Your band works hard to put on a great show. We work hard so you can make a great band website, easily and affordably. Build your own Bandzoogle website in minutes. Sign up free now!

How To Build a Great Band Website Bio Page

How To Build a Great Band Website Bio Page

After showing you how to build the perfect Homepage, next up is your Bio page. Having a great bio page is essential to making a memorable first impression.

This is a page that many newcomers to your website will visit to learn about you and your music. Keep it up to date and interesting, with a clean, organized feel to show your listeners what you’re like.

The two key things to think about when creating a killer band bio page are content, and design. They go hand in hand to produce a bio page that describes your band well, and looks great!

Write some killer content

Writing about yourself can be one of the hardest parts of building your band website. Your bio should be like a resume - an introduction to your band, and a description of your achievements.

Your bio should also reflect your voice - try to express yourself in words that are in the same tone as your music.

Imagine you are describing your band to a total stranger to give context to your music. Identifying your style and genre is important, but no need to talk about out every single open mic you’ve played. Hit the highlights, and keep it professional.

[The 3 Audiences Your Band Website Needs to Impress]

Lera Lynn bio page

Some things to pull together in writing your band bio include:

  • Who you are, and where you are from
  • Your style of music (include what you sound like, and your influences)
  • Accomplishments (think festivals, collaborations, accolades)
  • Your story (what sets you apart from other musicians?)

Mention your band name in plain text on this page. Avoid saying “I” or “we” when describing yourself. Also be sure to add specific words to describe your music, from the genre to your album name. This will help with your website rank for these words in Google.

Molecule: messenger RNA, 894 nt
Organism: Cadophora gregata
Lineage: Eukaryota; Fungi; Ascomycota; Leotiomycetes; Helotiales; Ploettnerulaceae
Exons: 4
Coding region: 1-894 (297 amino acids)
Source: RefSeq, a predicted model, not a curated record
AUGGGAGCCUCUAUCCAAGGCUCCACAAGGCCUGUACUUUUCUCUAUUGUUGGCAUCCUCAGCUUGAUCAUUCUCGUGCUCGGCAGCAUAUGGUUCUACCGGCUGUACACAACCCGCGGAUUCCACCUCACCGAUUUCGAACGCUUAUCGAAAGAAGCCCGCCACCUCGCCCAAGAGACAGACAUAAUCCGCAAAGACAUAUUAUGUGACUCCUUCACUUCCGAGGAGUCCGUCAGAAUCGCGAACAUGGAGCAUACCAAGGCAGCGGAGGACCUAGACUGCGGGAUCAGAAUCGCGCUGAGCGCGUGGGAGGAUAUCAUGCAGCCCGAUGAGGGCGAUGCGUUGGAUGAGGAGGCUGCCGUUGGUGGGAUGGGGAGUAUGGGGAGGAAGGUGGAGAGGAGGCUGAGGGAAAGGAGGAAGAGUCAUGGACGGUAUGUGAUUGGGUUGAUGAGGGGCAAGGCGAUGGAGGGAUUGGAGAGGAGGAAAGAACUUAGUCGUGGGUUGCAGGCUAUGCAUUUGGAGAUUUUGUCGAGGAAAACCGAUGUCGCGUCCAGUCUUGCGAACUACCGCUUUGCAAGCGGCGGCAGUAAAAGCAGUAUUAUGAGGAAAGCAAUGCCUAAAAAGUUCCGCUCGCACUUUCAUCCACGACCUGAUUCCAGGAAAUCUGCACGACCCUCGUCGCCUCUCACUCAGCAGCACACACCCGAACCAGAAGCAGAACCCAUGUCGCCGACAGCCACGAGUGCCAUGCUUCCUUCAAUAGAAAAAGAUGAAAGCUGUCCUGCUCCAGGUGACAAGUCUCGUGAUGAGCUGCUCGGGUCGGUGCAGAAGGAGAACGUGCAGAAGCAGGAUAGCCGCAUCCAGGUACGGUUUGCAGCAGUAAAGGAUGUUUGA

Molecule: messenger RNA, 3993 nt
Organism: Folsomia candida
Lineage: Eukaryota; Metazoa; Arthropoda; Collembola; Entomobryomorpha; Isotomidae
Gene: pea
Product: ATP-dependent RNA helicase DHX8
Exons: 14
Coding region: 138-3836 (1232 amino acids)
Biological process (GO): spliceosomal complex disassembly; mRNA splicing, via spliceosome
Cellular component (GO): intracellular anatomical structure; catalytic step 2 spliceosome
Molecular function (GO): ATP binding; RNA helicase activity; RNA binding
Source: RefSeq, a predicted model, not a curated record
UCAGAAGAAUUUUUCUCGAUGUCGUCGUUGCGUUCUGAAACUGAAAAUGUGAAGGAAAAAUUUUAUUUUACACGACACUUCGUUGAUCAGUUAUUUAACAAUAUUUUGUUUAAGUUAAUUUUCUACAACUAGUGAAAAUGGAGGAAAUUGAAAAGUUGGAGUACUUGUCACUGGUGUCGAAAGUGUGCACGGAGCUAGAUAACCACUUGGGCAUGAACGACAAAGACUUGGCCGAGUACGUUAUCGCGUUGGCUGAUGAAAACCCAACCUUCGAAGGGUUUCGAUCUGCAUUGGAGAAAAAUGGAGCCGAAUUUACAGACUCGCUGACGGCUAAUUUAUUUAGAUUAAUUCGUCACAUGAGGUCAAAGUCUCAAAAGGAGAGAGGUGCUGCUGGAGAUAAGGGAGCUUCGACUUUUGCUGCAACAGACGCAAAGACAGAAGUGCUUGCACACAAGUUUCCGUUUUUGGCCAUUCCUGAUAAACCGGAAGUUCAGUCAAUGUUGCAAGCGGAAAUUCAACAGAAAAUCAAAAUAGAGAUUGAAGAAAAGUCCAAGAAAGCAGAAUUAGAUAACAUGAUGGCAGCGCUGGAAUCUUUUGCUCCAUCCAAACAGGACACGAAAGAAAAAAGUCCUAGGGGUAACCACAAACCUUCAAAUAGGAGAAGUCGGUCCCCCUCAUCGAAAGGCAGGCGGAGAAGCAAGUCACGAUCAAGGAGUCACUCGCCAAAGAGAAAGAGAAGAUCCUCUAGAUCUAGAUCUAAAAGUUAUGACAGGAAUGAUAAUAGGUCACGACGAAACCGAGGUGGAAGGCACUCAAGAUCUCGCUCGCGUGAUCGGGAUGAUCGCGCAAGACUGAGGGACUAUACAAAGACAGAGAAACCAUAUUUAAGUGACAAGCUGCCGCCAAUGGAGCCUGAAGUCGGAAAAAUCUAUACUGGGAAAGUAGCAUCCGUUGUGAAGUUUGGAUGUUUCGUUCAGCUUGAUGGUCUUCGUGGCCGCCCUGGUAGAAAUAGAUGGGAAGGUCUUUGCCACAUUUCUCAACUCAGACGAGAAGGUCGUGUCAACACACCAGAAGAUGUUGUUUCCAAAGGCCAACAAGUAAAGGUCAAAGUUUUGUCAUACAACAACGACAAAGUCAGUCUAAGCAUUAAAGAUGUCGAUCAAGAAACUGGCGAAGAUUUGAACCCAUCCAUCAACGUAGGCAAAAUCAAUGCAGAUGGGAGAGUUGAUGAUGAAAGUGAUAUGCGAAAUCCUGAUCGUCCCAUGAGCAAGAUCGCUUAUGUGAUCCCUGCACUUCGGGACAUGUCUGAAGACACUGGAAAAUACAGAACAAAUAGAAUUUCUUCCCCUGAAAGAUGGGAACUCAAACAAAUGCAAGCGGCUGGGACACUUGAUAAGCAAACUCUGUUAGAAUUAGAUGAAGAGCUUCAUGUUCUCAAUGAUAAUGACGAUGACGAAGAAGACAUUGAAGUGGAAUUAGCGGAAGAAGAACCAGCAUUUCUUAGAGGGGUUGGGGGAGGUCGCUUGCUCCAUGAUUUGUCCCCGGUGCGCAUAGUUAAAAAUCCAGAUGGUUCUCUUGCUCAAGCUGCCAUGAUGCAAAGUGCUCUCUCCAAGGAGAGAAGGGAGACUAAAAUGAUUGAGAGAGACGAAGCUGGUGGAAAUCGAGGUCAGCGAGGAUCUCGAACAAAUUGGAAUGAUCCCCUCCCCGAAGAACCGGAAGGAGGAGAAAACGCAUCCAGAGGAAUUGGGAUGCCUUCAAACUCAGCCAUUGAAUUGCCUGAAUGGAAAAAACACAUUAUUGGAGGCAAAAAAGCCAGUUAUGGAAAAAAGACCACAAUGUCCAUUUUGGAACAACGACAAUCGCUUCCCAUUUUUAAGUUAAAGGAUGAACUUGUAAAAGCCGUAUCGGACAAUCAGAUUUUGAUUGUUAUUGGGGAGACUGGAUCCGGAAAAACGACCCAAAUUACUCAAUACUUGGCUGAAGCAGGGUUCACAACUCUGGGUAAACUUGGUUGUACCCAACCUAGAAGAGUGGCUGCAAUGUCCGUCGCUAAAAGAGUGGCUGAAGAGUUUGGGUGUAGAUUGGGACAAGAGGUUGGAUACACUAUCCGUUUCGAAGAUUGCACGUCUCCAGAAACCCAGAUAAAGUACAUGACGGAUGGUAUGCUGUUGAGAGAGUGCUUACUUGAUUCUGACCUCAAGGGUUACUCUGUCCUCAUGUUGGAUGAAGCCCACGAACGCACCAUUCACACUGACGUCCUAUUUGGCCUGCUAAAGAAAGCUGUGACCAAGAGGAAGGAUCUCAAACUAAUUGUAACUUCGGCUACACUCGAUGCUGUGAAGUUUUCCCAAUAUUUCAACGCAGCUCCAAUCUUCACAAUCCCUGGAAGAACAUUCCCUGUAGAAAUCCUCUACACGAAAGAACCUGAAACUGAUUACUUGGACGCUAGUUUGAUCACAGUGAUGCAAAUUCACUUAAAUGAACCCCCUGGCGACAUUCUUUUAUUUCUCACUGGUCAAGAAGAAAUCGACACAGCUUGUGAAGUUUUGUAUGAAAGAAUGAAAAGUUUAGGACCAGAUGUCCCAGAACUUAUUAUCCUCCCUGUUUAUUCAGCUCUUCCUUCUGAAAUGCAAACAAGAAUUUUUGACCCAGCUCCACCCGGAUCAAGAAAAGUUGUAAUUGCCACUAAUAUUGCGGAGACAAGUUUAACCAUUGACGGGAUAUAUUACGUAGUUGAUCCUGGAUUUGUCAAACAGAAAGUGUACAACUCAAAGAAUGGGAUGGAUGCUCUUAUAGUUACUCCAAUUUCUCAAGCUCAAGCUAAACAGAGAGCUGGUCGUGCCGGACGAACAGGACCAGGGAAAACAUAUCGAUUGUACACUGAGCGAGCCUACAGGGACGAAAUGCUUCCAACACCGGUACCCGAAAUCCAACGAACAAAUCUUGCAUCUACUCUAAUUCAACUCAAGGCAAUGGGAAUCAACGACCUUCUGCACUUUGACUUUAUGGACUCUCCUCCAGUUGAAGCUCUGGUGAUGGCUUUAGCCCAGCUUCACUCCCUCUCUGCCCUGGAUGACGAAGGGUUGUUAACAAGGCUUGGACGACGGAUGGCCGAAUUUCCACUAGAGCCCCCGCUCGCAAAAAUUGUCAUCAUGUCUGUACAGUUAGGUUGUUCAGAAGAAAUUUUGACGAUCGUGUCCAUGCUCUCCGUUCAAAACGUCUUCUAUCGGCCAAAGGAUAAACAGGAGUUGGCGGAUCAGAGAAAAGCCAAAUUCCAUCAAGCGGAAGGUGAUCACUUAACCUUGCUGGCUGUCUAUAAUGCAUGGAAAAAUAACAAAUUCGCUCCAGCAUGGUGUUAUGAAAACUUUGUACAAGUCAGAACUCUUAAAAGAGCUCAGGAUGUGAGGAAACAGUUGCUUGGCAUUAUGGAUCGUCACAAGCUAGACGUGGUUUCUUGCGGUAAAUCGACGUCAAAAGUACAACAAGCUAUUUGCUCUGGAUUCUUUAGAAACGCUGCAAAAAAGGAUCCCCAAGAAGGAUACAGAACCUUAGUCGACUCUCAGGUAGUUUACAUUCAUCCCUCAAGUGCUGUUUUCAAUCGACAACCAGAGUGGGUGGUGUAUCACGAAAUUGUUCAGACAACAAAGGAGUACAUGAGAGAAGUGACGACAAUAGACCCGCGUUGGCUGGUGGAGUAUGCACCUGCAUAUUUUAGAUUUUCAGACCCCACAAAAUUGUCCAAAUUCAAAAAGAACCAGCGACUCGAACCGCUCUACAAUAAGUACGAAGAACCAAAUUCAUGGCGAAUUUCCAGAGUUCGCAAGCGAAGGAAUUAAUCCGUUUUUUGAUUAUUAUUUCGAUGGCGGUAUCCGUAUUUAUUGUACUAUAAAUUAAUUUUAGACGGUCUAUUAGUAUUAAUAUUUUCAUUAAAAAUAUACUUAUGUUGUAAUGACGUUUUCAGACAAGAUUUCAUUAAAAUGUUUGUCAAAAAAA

[SEO for Musicians: 3 Tips to Optimize your Content]

Make it relevant

Update this page with new information as your music career progresses. Have you completed a successful tour recently, sold out a number of shows, or gotten positive press? Include these new details in your bio as they come up.

Also, add a little bit about what you are currently doing, whether it’s songwriting, recording, touring your latest album, and so on.

Ray Banman about page

Use images effectively

Select a few great full band images, or individual member portraits to pair with text about each band member. You want your band Bio page to look great, and a few professional photos can go a long way to present your full image.

You’ll always want your photos to represent your music, so choose a few that match your style, and work well with your website’s design, too.

Keep it simple

Name your bio page something that is obvious by a glance at your website menu. You could call it “Bio” or “About” or even “Meet the Band” so that the page is clear, and easy to click.

The page itself should be fairly simple. If you have a great music video, you can add it, but otherwise stick to a few paragraphs of text and a few images.

Turbo Street FUnk bio page

Think about layout

Mix it up with text and images to keep the page interesting visually. You could add a quote from a third party source about your band, or your music, at the top of your page. Then place your biographical information next, and images on the side.

Signy Website Bio page

To make the layout look polished, use feature titles to break up the text. You can also try out different columns layouts, putting text in a wider column on the left, and images on the right. This is especially important if you’re adding separate bios for each band member.

The Ragged Few website bio page

There’s nothing like an up-to-date and interesting bio page to engage new fans, and give backstory to returning listeners. Make yours stand out with some relevant text, images, and a solid layout.

Build your own website with a great band bio page to engage your fans. Sign up free with Bandzoogle now.

9 ways to build your mailing list (and sell more music online)

9 ways to build your mailing list (and sell more music online)